Atlas purchase is nothing like McEuen

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Let’s call it Neuecm Park.

Yep; that’s McEuen backward. With Coeur d’Alene’s commitment to purchase riverfront property and convert much of it to a park-like setting, we may be witnessing the makings of McEuen in reverse.

THEN: The community fractured over what to do with the hunk of land in downtown Coeur d’Alene that had been largely underutilized for decades. The city’s answer was a park conversion that would cost about $20 million — and bring along unprecedented public anxiety that peaked with an attempted recall drive of the mayor and council members in 2012.

NOW: The city has agreed to spend $7.85 million on 47 acres along the Spokane River just west of Riverstone that was once a mill site and is now considered a brownfield. Part of the property, which includes a half-mile of waterfront land, will be for public recreation. The rest will be resold, ostensibly for development.

Then we had a civic fight unlike any the community had seen for years, and possibly ever.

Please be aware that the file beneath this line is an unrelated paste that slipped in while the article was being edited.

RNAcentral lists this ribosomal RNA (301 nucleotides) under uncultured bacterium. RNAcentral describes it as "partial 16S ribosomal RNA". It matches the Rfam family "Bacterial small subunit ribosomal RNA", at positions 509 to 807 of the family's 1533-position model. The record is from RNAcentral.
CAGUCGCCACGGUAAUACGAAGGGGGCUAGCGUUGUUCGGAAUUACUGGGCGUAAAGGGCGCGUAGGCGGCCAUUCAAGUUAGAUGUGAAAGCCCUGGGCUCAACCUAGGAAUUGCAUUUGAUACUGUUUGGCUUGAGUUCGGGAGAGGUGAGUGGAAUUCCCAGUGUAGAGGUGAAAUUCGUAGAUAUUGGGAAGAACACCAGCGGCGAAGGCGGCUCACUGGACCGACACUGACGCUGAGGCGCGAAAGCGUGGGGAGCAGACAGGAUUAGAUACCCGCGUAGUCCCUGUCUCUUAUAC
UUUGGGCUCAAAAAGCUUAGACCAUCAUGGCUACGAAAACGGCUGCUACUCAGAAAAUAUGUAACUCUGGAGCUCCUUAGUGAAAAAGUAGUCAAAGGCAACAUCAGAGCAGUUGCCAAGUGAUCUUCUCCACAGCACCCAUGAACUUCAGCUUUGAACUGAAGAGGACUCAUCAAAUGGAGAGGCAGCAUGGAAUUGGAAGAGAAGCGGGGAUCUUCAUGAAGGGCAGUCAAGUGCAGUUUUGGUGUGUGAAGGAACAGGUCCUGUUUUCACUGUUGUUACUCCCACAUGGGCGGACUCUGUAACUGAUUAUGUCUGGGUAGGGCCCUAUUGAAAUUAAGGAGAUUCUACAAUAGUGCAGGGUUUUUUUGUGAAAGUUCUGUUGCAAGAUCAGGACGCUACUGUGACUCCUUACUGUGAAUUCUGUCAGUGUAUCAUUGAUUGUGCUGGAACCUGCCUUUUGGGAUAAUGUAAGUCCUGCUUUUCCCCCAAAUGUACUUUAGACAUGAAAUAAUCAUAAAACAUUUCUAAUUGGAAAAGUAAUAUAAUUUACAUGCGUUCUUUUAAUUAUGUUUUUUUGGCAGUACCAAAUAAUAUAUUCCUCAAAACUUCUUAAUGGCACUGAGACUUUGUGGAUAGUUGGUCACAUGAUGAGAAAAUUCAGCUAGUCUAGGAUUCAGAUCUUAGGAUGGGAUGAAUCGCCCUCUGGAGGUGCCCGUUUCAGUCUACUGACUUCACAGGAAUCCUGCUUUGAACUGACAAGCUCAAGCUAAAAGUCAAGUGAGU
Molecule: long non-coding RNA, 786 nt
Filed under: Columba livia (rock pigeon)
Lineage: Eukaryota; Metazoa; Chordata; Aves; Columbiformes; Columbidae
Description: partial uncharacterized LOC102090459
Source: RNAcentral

Now? Crickets, at least from any critics.

Maybe this is just too good a deal all the way around and, therefore, it enjoys unanimous support. The fact that not a single challenger is pursuing a seat on the City Council suggests rather strongly that the citizenry is satisfied these days, so perhaps buying the old Atlas mill site isn’t an eyebrow raiser, let alone an earth shaker of McEuen magnitude.

Most certainly, though, there are many questions that need to be answered between now and the transaction closing date of next May 16. Key among them is, how is it going to be paid for?

The city’s urban renewal agency head and its finance director both have expressed general support but qualified it somewhat with concerns about slow paybacks and potential cash flow problems. Asking voters to approve a general obligation bond is one pressure-easing possibility — for the city, but not the taxpayers.

Another key question is, how ready is the property for use and development? Indications are good that there are no pressing environmental concerns, but the city’s agreement to purchase the land included an “as-is” provision. If, somehow, major remediation is needed, that will be the city’s — read, the taxpayers’ — responsibility.

Fortunately, city leaders are promising plenty of public opportunities for community members to ask questions and share their opinions, particularly about how the property will eventually be divided. We look forward to that but won’t be terribly surprised if they hold open houses and public forums and only the crickets show up.

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